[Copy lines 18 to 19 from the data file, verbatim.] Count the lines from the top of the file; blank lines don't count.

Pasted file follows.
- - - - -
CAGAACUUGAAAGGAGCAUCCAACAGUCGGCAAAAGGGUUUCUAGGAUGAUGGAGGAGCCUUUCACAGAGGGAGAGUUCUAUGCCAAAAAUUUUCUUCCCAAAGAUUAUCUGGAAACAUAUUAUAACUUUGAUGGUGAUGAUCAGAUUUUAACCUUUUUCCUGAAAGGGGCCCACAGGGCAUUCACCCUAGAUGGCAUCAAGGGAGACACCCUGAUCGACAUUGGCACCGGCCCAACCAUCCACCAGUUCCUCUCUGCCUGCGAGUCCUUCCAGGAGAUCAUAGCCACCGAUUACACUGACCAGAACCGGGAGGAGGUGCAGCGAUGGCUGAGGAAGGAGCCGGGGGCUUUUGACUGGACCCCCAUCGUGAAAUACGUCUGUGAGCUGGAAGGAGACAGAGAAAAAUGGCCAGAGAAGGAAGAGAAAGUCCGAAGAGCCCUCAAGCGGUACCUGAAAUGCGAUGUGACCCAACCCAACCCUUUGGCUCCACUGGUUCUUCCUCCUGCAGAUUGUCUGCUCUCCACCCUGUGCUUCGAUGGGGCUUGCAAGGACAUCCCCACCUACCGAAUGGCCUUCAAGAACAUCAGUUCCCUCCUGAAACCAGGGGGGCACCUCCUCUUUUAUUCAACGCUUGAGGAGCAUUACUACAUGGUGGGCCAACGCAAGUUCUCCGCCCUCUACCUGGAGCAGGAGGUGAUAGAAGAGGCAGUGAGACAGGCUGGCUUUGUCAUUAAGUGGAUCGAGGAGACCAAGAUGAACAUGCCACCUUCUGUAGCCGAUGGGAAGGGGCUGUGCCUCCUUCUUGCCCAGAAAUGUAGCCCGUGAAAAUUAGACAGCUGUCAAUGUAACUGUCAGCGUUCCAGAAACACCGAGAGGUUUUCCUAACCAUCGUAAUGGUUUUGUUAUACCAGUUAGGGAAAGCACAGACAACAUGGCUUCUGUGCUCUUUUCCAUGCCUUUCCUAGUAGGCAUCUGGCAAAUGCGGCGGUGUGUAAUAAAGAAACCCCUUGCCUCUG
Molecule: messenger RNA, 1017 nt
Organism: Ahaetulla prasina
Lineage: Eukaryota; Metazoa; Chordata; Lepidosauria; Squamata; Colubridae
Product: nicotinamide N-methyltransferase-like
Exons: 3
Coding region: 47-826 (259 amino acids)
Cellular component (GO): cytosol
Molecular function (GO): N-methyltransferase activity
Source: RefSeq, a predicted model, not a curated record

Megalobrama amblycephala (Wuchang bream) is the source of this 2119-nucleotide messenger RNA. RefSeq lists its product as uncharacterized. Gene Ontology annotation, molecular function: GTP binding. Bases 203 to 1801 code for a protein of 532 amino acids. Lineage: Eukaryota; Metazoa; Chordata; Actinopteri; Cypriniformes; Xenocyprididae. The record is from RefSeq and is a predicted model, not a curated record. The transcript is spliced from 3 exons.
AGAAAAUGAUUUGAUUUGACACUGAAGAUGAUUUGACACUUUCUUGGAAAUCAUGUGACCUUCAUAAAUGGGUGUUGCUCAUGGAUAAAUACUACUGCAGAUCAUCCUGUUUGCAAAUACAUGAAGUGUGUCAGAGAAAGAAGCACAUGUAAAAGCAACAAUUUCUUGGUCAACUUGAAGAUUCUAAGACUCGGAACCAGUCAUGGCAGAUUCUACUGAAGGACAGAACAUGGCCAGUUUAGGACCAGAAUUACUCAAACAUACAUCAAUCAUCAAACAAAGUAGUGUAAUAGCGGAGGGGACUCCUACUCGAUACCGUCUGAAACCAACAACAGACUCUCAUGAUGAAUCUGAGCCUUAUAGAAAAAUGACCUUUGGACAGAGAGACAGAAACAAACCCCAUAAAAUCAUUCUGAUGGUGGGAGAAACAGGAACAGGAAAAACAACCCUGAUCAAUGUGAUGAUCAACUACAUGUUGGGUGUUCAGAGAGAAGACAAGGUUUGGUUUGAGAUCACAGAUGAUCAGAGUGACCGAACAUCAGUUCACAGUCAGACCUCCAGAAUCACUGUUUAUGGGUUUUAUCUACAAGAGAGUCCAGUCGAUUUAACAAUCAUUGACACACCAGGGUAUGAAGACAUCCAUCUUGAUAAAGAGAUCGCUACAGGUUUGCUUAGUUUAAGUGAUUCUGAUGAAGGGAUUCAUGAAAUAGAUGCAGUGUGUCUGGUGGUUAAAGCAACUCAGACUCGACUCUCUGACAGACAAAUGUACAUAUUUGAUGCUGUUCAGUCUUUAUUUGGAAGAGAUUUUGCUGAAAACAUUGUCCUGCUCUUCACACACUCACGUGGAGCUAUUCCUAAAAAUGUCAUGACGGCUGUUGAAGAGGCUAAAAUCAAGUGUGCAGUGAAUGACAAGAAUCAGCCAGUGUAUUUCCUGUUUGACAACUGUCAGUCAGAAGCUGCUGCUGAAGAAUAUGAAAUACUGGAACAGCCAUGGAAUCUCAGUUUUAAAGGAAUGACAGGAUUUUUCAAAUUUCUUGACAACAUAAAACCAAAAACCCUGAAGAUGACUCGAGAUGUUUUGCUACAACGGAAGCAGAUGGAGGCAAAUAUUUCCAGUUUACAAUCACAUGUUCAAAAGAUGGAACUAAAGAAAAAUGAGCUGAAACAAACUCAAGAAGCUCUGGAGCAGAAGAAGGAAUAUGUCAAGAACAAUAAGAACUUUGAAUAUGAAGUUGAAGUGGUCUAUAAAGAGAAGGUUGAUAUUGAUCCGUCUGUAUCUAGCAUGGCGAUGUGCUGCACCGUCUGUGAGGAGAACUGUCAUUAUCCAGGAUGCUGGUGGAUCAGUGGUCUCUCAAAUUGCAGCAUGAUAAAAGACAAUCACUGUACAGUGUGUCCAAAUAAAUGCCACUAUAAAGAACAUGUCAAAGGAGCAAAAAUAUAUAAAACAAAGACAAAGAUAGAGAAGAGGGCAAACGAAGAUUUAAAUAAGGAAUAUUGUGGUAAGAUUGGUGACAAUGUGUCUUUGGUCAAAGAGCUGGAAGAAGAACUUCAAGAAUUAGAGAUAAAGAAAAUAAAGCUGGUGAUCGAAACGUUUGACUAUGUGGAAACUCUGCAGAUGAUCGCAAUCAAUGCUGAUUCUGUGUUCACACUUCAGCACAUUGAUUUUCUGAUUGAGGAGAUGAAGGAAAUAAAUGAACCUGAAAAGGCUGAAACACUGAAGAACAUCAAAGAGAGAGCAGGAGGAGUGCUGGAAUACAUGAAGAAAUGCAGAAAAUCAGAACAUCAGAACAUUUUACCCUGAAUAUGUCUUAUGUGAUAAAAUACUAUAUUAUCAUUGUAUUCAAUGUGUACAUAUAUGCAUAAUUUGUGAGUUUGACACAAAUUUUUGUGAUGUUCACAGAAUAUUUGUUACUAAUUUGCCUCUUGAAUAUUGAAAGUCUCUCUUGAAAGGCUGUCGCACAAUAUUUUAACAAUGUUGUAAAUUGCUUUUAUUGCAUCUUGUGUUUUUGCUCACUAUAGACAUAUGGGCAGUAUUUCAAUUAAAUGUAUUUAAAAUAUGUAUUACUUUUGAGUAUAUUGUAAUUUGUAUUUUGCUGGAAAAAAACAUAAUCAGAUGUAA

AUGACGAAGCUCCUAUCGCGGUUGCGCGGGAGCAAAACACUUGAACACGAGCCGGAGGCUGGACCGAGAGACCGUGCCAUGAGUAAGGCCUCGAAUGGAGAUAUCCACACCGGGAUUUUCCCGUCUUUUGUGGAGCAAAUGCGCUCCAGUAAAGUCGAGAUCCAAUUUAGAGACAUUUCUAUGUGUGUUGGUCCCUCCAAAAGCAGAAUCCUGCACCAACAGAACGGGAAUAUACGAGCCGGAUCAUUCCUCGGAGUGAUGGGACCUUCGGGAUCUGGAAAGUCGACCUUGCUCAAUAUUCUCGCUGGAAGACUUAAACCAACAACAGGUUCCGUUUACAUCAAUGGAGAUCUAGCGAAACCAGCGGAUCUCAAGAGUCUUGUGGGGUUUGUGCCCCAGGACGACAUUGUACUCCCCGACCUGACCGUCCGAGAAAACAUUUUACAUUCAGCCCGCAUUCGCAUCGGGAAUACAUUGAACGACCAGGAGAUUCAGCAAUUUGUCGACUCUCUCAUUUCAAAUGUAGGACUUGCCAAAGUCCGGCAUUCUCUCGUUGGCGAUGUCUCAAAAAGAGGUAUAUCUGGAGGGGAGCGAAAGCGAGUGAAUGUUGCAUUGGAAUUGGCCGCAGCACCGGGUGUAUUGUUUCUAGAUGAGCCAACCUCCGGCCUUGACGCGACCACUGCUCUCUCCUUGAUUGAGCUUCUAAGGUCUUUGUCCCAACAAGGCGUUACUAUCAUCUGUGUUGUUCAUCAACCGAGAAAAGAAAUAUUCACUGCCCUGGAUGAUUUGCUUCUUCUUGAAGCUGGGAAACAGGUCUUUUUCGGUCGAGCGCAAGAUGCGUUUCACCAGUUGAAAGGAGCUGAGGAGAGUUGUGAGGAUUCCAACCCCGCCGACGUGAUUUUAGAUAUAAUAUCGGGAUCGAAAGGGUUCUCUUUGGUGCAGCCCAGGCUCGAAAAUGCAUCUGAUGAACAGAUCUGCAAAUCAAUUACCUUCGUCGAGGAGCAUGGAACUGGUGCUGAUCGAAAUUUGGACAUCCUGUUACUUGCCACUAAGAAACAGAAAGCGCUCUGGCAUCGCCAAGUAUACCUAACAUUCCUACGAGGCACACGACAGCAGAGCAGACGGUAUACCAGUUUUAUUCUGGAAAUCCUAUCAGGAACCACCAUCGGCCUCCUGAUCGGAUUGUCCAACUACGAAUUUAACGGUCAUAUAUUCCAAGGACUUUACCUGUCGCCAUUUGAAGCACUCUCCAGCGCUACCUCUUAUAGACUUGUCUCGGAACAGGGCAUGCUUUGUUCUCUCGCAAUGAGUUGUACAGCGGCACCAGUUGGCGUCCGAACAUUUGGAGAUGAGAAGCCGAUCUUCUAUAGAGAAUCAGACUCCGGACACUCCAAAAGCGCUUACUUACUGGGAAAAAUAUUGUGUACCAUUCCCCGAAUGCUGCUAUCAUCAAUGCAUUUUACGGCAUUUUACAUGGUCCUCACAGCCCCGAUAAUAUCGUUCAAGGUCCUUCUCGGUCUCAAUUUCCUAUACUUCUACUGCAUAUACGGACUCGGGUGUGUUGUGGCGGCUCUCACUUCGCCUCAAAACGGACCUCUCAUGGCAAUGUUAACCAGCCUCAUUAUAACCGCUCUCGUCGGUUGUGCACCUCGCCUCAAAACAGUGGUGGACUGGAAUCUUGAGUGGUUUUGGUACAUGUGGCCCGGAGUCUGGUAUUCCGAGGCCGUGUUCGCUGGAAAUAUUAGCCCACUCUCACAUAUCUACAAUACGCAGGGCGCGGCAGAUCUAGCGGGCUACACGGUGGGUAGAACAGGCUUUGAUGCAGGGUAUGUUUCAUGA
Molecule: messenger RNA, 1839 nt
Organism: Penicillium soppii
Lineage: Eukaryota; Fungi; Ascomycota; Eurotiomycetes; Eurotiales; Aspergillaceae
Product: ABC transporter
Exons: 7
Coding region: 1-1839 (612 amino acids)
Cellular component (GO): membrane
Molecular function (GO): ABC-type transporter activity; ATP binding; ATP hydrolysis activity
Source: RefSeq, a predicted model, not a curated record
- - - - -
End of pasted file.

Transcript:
Exons: 7
Coding region: 1-1839 (612 amino acids)